GIS-Based Information Quantity Method for Landslide Suscepti | 52874
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Journal of Research in Environmental Science and Toxicology

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GIS-Based Information Quantity Method for Landslide Susceptibility Mapping in The Uzundere Town, Northeastern Turkey.


Azimollah Aleshzadeh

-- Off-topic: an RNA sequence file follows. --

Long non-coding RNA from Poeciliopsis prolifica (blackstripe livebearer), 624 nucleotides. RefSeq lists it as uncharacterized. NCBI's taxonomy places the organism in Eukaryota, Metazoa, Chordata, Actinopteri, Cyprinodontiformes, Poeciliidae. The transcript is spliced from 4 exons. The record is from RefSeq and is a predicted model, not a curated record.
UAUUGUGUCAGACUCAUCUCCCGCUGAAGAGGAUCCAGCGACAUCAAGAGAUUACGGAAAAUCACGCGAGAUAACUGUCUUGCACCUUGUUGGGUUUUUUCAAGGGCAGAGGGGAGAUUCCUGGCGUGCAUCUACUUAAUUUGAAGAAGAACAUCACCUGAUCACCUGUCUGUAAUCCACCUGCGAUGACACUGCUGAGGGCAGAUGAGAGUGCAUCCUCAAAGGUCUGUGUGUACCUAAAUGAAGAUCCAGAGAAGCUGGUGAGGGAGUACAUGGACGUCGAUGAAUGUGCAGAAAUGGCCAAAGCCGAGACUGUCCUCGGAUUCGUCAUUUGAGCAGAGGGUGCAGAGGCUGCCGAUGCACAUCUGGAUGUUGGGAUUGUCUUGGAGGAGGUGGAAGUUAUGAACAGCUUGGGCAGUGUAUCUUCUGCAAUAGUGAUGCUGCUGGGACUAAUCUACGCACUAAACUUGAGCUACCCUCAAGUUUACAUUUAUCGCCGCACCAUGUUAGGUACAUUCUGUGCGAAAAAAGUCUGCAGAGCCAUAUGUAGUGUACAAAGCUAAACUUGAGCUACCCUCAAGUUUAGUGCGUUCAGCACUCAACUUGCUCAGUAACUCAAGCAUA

Landslide susceptibility mapping is an essential tool for Landslide susceptibility studies.  The main objective of this study is to produce a landslide susceptibility map at Uzundere Town, Erzurum, Turkey using the Information Quantity Method (IQM), one of the statistical probability approaches. At the first stage, landslide locations were identified in the study area by interpretation of aerial photographs, historical records and from multiple field surveys. Of the 42 landslides identified, 30 locations (≈70% of total landslide locations) were used for the modeling of landslide susceptibility map, while the remaining 12 locations (≈30% of total landslide locations) were used for the model validation. The landslide predisposition factors such as topographic relief, land type, general curvature, stream frequency, proximity to streams, distance to main road network, normalized difference water index (NDWI), rock mass, slope directional, slope in degree, terrain surface texture (TST), and distance from geological fault zone were extracted from the spatial database. Subsequently, the weights of each factor and landslide susceptibility map were produced using IQM. Finally, the ROC (receiver operating characteristic) curve for landslide susceptibility map was drawn and the areas under the curve (AUC) were calculated. The verification results showed AUC=75.89% and AUC=71.02% for success and prediction rates, respectively. According to the IQM, about 28.94% of the study area is located within high to very high susceptibility classes of landslides. Additionally, the resulted susceptibility map indicated that the most important factor of landslide occurrences was the proximity to streams, whereas the distance from geological fault zone played the least role in landslide susceptibility assessments. The landslide susceptibility map produced from this research can be useful for general land use planning and future hazard reduction in the study area.

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